Toward increased environmental sustainability: Technological innovation in action



Technological innovation is providing sustainable alternatives in areas that have traditionally been high consumers of energy. Wind energy and photovoltaic cell technology get a lot of attention—deservedly. But many technologies that are praised for streamlining communication and creating greater efficiencies are equally deserving of attention for their role in reducing high levels of energy consumption. And what\’s good for the environment is shaping up to be cost effective as well. The impact of technological innovation is making telecommuting popular again for many of the same reasons that online education has become so attractive.

Telecommuting 2.0

Telecommuting is experiencing a big comeback. For many companies, the ready availability of high-speed Internet connections and the video-conferencing capabilities of Skype call into question the need to have some employees come into work at all. This can have a huge impact on reducing the environmental footprint of companies as well as for their employees. The most immediate and evident impact is the reduced gasoline consumption necessary for daily commuting. And driving more fuel-efficient vehicles is a huge step away from some of the gas-guzzling cars of the past.

But avoiding the daily commute altogether is a paradigm shift toward sustainability through adopting innovative new practices and incorporating them into habits. Companies that are avid participants in the latest wave of the new telecommuting trend are capitalizing in other ways too. If large numbers of employees can telecommute, the need for large office buildings declines dramatically. This represents the possibility of dramatically reducing heating and cooling costs. In addition to greatly trimming a company\’s expenses, it\’s a logical way to reduce carbon footprints for environmentally sensible businesses.

Technology in the classroom

The impact of telecommuting on reducing carbon footprints for companies provides an intriguing possibility for education as well. Online universities have experienced a lot of growth because of their flexibility as well as a telecommuter-like approach to education. This approach to taking classes from home is becoming a good option because of the same advances in technology that benefit telecommuting. Skype may not be a brand new technology, but its inherent usefulness has dramatically changed the education experience. Many classes now use Skype\’s videoconferencing capabilities to duplicate the traditional lecture experience. And this isn\’t an education phenomenon that\’s confined to undergraduate and graduate education.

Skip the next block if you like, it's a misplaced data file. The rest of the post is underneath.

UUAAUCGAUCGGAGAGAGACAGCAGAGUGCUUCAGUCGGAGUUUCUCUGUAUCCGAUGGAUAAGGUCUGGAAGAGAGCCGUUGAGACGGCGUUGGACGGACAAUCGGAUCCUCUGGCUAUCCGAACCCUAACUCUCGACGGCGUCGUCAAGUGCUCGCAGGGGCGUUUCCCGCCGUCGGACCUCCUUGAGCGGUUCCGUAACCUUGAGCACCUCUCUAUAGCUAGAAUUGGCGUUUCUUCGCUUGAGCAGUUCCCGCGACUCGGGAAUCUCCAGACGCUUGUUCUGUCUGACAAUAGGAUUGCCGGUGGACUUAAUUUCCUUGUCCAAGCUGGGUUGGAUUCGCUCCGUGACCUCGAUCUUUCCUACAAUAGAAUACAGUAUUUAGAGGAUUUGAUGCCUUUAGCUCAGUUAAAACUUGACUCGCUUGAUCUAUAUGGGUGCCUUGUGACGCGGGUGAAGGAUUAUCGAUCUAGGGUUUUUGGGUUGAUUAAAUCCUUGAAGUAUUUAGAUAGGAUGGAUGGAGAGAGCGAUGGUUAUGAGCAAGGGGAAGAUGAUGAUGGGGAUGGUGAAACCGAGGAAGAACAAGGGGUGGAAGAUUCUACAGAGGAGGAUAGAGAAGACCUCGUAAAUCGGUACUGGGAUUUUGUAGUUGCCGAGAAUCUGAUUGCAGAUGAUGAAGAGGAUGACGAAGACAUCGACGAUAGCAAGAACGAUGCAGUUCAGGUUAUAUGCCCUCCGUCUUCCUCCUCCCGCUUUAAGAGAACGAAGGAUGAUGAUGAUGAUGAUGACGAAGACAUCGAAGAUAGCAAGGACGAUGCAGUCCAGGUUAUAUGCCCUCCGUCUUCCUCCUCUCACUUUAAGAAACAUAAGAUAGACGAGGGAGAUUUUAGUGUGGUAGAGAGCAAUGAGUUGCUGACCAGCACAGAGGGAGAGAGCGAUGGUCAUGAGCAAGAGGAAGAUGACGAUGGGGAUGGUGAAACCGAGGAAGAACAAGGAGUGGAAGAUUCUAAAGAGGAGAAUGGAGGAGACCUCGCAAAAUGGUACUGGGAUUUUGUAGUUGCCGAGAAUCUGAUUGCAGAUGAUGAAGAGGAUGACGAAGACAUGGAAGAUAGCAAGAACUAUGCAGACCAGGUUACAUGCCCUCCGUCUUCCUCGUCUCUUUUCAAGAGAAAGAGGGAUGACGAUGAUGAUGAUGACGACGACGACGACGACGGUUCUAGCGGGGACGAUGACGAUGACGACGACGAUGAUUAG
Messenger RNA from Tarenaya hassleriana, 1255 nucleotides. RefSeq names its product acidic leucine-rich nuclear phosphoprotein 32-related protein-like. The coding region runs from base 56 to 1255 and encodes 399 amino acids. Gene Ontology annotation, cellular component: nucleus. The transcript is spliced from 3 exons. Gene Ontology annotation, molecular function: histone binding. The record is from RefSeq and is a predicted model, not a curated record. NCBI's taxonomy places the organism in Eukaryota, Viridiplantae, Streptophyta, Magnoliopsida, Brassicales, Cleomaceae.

Skype never gained traction in public education except for teachers who used it in an informal way for personal use. But \”Skype in the Classroom\” is Skype\’s first big push into the education space, and it\’s looking like a big hit. With 4,000 teachers signed up when it came out of beta in March, it\’s now up to more than 15,000 teachers. The implications of Skype entering primary and secondary education are significant. The obvious immediate benefits will be teacher-to-teacher collaboration and a greater ability for trading teaching tips and lesson plans. But a longer-term benefit may exist in Skype\’s entrance into the education space at precisely the moment that online education for elementary, junior high and high school students is increasing in popularity. The potential for more students to benefit from an online school option would result in far fewer gas-guzzling busses on the road and fewer large buildings to cool and heat as well. But the extent to which technological innovation is allowed to play a significant role in shaping environmentally sustainable practices may determine whether we can significantly reduce our carbon footprint in the near future.